Nancy Ohanian / Op-Art

The red-white-and-blue face paint, the bare chest, the horned, fur-lined headdress got him dubbed the “QAnon Shaman.” All of that regalia was gone last week as Jacob Anthony Chansley, one of the most distinctive participants in the storming of the U.S. Capitol, pleaded guilty in federal court.

The U.S. Justice Department has secured more than 50 guilty pleas so far, as prosecutors work their way through the roughly 600 people charged over their part in the Jan. 6 riot. The attack contributed to five deaths and left more than 130 police officers injured.

The steady, diligent meting out of accountability is an apt response to the criminality that engulfed our nation’s capital eight months ago.

Yet, almost as shocking as that day’s events are the confounding calls for consequences for those who stood on the right side of history or would help uncover the truth.

In all instances, justice must prevail.

U.S. Rep. Jaime Herrera Beutler, R-Battle Ground, has drawn several primary challengers over her vote to impeach former President Donald Trump for his role in inciting the mob that assaulted the Capitol. Last week, Trump endorsed one of her opponents, calling the congresswoman “incompetent” and labeling her a Republican in name only.

Herrera Beutler, who is running for her seventh term next year, was one of only 10 Republicans who voted to impeach Trump. “I am not choosing a side, I’m choosing truth,” she said at the time. “It’s the only way to defeat fear.”


Her courageous stance for principle over party showed her constituents that she is as independent as she is conservative, and the kind of voice that should be encouraged, not stifled.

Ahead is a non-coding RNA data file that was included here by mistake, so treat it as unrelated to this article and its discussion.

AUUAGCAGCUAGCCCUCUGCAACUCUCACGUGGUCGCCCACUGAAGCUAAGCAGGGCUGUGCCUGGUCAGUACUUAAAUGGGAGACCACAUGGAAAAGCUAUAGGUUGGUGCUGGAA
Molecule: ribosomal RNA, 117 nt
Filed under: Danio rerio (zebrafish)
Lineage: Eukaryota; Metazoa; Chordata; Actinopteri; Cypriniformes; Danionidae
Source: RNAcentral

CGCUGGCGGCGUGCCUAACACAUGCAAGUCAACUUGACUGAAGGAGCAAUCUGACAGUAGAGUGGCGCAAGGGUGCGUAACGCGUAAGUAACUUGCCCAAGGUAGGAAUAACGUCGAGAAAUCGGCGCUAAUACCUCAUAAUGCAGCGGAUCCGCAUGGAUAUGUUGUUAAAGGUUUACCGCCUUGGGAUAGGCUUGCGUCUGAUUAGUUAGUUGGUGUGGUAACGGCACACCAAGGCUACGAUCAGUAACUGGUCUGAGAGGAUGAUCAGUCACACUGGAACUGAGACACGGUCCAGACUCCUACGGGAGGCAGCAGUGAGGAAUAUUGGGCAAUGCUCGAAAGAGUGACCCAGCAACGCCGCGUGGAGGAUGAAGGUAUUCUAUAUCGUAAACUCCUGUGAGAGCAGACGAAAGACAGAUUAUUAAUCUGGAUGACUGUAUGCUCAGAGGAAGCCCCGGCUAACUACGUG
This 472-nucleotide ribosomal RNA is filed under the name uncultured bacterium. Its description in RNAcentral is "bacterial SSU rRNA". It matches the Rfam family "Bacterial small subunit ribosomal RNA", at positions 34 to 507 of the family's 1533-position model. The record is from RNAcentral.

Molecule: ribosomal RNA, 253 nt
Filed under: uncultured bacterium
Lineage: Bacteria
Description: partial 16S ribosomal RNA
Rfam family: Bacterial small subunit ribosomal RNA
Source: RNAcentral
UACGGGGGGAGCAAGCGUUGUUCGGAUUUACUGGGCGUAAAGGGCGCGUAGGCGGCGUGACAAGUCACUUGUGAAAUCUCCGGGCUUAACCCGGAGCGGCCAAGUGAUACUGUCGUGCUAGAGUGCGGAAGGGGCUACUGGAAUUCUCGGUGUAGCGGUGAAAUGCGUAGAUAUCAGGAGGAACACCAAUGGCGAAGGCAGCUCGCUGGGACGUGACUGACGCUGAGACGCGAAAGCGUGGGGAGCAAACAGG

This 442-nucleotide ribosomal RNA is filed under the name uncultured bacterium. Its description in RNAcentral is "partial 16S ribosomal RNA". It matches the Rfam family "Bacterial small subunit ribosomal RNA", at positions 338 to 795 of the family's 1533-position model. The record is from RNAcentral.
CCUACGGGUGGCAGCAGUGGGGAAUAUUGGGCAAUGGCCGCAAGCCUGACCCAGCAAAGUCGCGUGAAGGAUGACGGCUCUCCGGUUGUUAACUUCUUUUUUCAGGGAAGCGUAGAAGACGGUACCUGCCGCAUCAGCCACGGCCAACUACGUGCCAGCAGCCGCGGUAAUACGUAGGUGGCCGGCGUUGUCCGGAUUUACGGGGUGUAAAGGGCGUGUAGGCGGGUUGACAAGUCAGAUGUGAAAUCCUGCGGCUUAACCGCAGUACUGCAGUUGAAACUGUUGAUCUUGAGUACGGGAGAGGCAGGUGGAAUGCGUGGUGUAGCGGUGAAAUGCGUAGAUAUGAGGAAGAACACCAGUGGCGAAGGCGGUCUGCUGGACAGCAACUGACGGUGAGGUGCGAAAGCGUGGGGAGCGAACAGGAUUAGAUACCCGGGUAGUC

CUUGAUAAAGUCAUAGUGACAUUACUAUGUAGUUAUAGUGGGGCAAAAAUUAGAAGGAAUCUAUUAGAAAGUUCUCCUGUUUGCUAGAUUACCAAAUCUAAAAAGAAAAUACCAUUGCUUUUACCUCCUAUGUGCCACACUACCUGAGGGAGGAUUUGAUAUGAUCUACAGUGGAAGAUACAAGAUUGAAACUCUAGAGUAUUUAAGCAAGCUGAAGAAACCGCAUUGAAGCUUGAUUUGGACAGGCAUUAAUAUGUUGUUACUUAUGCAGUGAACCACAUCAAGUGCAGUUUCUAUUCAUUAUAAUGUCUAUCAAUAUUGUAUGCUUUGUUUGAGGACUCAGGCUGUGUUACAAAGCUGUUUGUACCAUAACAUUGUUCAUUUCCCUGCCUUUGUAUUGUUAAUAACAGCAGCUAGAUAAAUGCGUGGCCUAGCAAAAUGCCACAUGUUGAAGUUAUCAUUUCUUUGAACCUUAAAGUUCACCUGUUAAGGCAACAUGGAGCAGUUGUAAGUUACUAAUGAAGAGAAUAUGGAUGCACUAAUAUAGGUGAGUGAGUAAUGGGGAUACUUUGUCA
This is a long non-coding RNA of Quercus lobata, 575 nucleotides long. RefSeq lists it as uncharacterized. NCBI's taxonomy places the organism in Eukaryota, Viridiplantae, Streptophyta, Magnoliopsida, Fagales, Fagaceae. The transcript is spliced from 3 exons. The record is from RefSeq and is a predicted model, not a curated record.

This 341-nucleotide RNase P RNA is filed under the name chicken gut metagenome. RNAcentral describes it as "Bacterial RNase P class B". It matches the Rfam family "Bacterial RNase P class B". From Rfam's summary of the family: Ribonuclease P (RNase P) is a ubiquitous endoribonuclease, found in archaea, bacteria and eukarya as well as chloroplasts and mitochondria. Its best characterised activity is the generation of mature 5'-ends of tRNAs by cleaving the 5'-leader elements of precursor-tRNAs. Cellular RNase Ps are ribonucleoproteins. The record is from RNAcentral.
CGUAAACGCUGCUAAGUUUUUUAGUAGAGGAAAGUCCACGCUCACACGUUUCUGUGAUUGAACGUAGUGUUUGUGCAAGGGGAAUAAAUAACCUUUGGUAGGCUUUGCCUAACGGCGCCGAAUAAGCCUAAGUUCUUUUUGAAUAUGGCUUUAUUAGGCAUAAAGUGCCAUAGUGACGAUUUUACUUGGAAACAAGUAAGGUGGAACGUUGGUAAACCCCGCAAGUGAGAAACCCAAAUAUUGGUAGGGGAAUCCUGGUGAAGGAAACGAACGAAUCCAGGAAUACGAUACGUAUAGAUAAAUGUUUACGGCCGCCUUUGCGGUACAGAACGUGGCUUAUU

That applies as well to her fellow Washington U.S. Rep. Dan Newhouse, R-Sunnyside. He also stood up for the rule of law and voted to impeach. Failing to hold the president accountable would have been “a vote to validate the unacceptable violence we witnessed,” he said in January.

Both voted to establish a bipartisan commission to investigate what happened on Jan. 6, an effort that was scuttled over political wrangling between Democratic House Speaker Nancy Pelosi and Republican House Minority Leader Kevin McCarthy.

McCarthy, who initially said Trump bore responsibility for the attack, was quickly cowed by the sway the former president still holds over many GOP voters and has become an unquestioning defender. Not only is he unwilling to follow the example of Herrera Beutler and Newhouse in seeking the truth, but he is also obstructing the investigation.

He recently threatened telecommunications and social media companies that comply with a request to save records relevant to the attack, saying that Republicans “will not forget” their actions. This is unethical and may even be illegal.

McCarthy also forgets that not all Republicans — neither voters nor elected officials — are willing to pull down a fur-lined headdress over their eyes and pretend Jan. 6 didn’t happen.

Republicans such as Herrera Beutler and Newhouse can see clearly and must lead the way.